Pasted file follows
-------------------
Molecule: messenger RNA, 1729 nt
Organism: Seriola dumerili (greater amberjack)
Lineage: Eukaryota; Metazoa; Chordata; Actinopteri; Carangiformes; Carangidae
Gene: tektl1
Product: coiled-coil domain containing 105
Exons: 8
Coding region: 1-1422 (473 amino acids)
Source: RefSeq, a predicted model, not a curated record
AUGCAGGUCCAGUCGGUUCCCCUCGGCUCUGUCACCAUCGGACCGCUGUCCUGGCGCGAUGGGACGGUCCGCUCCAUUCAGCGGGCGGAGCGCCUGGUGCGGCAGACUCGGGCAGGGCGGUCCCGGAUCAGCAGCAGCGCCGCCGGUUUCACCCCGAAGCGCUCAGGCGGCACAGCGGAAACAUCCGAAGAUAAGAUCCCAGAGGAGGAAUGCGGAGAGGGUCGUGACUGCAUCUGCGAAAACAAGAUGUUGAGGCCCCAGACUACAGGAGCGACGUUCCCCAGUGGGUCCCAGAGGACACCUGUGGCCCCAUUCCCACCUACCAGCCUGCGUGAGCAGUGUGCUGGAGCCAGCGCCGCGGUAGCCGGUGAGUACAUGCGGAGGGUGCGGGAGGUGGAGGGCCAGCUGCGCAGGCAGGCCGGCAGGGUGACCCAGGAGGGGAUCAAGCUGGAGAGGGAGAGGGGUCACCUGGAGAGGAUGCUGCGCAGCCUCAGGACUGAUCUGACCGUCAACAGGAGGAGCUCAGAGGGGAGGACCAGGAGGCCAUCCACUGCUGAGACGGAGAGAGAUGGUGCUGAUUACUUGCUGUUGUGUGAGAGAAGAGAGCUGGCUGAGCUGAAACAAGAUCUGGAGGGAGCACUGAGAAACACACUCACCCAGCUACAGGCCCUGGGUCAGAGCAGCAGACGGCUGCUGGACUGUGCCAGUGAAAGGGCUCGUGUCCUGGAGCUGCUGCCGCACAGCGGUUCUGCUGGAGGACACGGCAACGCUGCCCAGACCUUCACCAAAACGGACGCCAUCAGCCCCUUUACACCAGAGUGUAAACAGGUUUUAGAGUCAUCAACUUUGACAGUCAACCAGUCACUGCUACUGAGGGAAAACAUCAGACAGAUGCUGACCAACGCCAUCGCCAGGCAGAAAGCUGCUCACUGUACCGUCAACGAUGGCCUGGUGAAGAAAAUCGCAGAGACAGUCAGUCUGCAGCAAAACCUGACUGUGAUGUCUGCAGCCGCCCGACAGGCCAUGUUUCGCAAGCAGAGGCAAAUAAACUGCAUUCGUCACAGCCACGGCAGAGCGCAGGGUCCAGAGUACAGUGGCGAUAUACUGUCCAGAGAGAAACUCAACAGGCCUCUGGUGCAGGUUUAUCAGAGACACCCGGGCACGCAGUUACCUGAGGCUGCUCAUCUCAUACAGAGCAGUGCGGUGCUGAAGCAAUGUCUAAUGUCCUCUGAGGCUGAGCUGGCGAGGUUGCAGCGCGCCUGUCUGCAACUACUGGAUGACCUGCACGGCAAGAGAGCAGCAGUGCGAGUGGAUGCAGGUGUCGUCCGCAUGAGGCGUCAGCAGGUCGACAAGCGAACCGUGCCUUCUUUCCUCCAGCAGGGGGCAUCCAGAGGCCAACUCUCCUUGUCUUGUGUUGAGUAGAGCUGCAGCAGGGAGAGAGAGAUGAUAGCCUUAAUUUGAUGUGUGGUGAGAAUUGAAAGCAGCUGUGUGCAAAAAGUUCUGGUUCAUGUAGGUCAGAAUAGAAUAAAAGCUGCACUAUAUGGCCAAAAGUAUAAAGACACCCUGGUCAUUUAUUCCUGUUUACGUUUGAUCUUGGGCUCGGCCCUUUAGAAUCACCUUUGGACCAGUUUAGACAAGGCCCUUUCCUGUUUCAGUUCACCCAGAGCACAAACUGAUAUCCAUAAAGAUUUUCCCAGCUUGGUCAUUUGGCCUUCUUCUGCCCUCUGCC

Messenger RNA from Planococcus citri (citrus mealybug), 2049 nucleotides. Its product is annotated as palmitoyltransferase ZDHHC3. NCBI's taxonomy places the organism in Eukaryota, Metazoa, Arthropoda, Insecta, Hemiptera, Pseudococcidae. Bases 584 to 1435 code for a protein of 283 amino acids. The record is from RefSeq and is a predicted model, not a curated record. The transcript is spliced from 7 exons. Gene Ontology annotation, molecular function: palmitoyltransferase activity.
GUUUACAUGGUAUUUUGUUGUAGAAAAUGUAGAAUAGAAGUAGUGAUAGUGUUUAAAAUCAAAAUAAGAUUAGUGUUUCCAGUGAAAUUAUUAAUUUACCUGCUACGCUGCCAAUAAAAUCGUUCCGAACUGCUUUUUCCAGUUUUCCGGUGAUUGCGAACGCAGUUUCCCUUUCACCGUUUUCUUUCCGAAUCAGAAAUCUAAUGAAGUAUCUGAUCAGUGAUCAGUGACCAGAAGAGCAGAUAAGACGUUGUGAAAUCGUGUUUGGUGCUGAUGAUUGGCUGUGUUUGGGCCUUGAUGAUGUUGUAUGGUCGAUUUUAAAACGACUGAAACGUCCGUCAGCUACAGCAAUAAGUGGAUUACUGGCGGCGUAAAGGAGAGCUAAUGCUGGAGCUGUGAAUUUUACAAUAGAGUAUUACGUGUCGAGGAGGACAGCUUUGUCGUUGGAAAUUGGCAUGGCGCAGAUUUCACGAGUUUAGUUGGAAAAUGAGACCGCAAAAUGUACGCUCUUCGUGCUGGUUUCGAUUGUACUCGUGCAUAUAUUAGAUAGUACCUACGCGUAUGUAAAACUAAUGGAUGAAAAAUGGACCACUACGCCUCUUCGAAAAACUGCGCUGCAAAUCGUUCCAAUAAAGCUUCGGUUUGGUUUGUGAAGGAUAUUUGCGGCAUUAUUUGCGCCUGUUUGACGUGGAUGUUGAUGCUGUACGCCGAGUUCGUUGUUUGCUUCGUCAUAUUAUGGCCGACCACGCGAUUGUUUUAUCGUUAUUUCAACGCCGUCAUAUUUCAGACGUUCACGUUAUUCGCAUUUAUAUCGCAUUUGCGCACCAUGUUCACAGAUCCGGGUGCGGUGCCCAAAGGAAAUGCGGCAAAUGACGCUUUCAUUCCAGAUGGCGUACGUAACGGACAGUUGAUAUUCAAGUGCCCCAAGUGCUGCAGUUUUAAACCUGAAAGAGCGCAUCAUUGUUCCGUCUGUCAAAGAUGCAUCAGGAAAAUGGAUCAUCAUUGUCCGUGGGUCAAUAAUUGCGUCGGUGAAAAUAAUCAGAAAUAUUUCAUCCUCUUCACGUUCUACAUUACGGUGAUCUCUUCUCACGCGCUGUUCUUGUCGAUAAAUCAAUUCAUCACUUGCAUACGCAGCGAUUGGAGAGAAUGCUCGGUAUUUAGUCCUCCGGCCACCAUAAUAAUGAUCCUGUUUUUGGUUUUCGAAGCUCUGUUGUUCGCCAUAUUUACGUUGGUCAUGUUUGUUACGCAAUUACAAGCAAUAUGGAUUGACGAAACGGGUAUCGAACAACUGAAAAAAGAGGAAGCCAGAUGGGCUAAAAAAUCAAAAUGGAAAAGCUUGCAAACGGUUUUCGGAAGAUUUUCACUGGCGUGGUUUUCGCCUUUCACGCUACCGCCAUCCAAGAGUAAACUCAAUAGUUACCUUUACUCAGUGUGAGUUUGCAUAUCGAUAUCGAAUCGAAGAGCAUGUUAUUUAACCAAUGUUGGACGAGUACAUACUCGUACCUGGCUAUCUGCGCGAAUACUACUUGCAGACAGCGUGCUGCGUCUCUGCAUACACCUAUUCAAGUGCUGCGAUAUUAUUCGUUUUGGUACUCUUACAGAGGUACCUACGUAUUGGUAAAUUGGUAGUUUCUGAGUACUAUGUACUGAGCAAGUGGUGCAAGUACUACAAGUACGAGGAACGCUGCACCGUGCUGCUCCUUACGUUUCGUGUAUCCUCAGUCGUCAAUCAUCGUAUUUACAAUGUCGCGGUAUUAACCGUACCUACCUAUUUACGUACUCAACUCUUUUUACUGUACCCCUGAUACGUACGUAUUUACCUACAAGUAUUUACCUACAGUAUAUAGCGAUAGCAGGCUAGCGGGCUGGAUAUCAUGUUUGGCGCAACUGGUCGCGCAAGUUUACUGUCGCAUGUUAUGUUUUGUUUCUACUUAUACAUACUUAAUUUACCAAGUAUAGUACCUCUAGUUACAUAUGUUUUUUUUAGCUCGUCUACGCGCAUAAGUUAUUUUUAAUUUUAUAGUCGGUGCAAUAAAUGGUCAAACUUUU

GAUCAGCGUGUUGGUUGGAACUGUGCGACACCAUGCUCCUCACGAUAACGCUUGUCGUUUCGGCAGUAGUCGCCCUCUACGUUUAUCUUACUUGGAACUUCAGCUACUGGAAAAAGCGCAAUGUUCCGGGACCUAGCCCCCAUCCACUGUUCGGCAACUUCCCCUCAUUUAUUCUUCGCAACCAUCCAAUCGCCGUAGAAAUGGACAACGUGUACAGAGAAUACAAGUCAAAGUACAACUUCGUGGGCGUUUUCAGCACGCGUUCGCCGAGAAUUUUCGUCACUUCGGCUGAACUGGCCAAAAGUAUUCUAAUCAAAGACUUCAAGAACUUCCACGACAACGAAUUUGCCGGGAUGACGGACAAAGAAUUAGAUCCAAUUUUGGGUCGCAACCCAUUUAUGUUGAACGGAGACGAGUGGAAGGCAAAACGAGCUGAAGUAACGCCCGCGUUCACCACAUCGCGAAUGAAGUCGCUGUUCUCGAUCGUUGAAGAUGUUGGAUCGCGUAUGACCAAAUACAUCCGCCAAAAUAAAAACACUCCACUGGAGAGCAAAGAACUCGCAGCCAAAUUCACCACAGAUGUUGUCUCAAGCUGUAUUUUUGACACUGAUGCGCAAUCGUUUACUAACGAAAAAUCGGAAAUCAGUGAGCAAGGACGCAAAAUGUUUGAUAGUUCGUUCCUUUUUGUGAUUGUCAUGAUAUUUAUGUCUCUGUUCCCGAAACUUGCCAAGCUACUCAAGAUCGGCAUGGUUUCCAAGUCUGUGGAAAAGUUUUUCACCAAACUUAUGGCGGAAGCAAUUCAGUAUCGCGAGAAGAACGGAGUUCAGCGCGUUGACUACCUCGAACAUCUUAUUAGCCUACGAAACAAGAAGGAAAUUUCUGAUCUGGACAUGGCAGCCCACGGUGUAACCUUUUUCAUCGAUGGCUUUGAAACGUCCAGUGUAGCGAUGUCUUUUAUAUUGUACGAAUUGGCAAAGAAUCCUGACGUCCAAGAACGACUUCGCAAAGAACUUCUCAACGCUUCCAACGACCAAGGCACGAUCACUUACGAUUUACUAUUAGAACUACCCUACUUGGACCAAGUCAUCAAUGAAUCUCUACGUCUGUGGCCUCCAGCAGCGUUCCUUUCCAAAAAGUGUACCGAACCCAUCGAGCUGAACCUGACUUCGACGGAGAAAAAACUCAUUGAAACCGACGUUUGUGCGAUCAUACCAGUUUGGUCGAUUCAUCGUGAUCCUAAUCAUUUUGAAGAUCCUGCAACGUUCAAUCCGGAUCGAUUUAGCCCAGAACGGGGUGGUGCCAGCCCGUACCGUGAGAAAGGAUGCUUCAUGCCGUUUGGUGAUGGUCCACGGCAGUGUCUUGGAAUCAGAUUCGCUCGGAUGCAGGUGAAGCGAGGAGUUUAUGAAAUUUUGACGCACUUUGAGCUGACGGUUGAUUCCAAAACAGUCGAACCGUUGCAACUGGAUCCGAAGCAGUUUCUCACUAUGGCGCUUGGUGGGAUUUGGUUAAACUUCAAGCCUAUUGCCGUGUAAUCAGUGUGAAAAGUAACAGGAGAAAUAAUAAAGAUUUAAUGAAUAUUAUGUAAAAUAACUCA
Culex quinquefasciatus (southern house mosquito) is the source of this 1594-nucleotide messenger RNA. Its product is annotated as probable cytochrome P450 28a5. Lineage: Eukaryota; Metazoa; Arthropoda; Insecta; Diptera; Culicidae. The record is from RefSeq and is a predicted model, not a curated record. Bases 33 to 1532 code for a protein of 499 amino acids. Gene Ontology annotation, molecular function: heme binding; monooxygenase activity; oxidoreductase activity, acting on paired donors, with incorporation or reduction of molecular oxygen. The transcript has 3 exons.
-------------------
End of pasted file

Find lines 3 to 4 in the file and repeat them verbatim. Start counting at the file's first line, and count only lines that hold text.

Lineage: Eukaryota; Metazoa; Chordata; Actinopteri; Carangiformes; Carangidae
Gene: tektl1